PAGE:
Shoulder biomechanics in back bending - Part 2 Glenohumeral joint

Get the most out of back bends knowing what to do with your shoulders.
Ashleigh Flanagan
May 19, 2022

Being aware of your shoulder positioning when back bending is essential because;

Many backbends require a lot of shoulder flexion to complete and need shoulders to be stable and bear weight (e.g. bridge/wheel pose).
The muscles that orientate the shoulder attach to the spine, influencing its movement.
Shoulder movements can be used as cues to engage muscles and establish movement patterns that facilitate spine extension.
Shoulder alignment will influence the form and function of back bending poses. Being aware of the variable means you can manipulate these as needed. 

Joints of the shoulder 

The shoulder complex is three synovial joints and a pseudo joint.

These are: 

-Sternoclavicular (SC)- collar bone articulated with the breast bone

-Acromioclavicular (AC)- collar bone articulates with the shoulder blade

-Glenohumeral (GH)- Arm articulates with the shoulder blade

-Scapulothoracic- Describing the movement of the shoulder blade over the rib cage

While all of these joints are important for good shoulder movement, this series will focus on the glenohumeral and scapulothoracic joints, as these have the most significant impact on backbends.

The last post looked at the role of the scapulothoracic joint. Take a look here. This post focuses on the Glenohumeral (GH) joint.

The Glenohumeral joint

The Glenohumeral joint is the main synovial joint of the shoulder and is where the majority of the freedom of movement comes from. Limited bony concurrency and a relatively loose joint capsule make it one of the most mobile joints in the body. The stability of this joint is supported by a blanket like group of muscles called the rotator cuff that wrap around the humeral head (ball of the ball and socket joint) and work together to maintain the connection between the articular surfaces. The rotator cuff muscles are attached to the scapular (shoulder blade). 


As discussed in the last post, the scapulothoracic and the glenohumeral joints work together to allow the shoulder to have incredible range without becoming too unstable. Think of the scapulothoracic joint as the movable launch pad of the shoulder—approximately ⅓ of shoulder flexion and abduction comes from scapular movement.


Internal and external rotation

Identifying internal and external rotation in different shoulder positions can get confusing. I find the easiest way to work it out is to hold your arm straight out in front of you at chest height and extend your wrist (fingers point up). Rotating your thumb to the floor is internal rotation and turning your thumb up and away from your body is external rotation. By keeping the rotation the same and moving your arm you will learn to identify if your shoulder is internally or externally rotated in any position.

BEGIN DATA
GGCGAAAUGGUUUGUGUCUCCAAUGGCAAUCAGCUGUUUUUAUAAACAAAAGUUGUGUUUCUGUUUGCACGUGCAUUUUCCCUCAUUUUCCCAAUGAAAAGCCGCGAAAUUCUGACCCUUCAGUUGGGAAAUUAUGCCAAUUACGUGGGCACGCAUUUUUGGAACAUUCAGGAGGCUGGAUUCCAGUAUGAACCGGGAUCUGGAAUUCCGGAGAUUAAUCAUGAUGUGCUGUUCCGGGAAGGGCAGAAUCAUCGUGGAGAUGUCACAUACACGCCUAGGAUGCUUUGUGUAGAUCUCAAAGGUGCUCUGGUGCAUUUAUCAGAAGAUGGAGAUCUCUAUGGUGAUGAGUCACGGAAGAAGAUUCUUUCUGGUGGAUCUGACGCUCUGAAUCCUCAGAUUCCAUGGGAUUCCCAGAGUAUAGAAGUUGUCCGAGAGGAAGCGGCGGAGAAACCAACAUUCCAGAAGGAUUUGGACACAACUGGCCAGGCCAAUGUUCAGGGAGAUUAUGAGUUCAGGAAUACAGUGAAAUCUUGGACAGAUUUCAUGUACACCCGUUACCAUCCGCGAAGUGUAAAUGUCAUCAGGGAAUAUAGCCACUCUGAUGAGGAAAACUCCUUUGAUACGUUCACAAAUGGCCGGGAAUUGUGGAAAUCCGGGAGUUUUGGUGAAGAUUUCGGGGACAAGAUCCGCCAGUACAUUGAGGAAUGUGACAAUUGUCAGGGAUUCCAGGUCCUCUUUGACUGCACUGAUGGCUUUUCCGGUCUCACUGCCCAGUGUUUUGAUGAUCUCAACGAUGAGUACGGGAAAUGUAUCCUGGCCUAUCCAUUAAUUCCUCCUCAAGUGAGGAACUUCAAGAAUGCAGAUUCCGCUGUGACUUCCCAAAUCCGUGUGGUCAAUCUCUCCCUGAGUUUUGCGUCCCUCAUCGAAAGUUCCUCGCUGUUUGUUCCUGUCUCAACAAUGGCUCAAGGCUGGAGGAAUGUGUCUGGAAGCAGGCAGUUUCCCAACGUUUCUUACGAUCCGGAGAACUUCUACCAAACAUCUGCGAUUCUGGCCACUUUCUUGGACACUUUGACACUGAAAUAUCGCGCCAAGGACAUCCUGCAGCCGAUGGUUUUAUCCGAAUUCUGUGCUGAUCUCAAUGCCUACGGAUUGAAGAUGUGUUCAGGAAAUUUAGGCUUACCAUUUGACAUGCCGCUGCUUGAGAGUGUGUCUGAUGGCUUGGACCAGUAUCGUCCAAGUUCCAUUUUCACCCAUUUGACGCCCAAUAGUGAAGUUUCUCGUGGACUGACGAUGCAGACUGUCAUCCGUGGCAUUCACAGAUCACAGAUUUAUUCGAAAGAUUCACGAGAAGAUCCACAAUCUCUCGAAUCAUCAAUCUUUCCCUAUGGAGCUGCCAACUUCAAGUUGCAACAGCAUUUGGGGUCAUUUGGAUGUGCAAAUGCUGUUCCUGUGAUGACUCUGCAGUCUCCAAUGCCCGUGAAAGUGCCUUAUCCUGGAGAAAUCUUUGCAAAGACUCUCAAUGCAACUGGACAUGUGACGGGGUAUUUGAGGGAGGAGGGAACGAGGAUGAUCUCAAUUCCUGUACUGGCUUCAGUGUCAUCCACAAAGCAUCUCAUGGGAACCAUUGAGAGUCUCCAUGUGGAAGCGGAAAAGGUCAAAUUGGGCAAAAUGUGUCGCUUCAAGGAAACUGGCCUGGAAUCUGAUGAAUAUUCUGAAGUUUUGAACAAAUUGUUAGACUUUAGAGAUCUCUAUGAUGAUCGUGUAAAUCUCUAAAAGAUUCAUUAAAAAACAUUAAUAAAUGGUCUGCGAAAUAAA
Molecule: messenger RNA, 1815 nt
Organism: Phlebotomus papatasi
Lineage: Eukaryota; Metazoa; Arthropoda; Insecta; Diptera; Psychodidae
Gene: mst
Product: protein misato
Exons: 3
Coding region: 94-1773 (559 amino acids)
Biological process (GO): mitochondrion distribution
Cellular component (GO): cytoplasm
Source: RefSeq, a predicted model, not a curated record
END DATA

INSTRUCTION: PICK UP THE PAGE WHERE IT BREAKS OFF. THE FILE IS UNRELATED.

When considering back bending, we are most often interested in the glenohumeral joint rotation when hands are overhead.

Overhead rotation can make a big difference to the range and the stability of the shoulder joint. Generally, handstands benefit from the external rotation of the glenohumeral joint because this provides more stability. Overhead external rotation tightens the joint capsule, puts lat dorsi on stretch and moves the humeral head towards bony limits. Overhead internal rotation allows for more shoulder flexion as it avoids relative bony impingement and allows the capsule to slack. 

To feel how internal rotation allows more range and external rotation tightens the shoulder in overhead positions, try this exercise in internal and external rotation. 

Note that thumbs close together is internal rotation and thumbs apart is external rotation. Which variation has more range available, and which is more stable?

If we consider the whole shoulder, including the scapulothoracic joint, the combination that allows the most range is scapular upwards rotation and glenohumeral joint internal rotation with a touch of adduction (enables the humerus to get around the AC joint).

This doesn't mean that all back bend positions that require shoulder flexion need to have a lot of glenohumeral joint internal rotation. Internal rotation will really help those who have shoulders on the tighter side, but it is a more unstable position. If you already have more than enough shoulder flexion, unstable shoulders, or a history of subluxations/dislocations, this combination may not be for you. Similarly, relative external rotation may benefit those working on Mexican handstands as this will provide more stability. Generally, the balance between stability and range will help you decide the best shoulder alignment for you, though asthetic, traditions and transition between skills may factor in.

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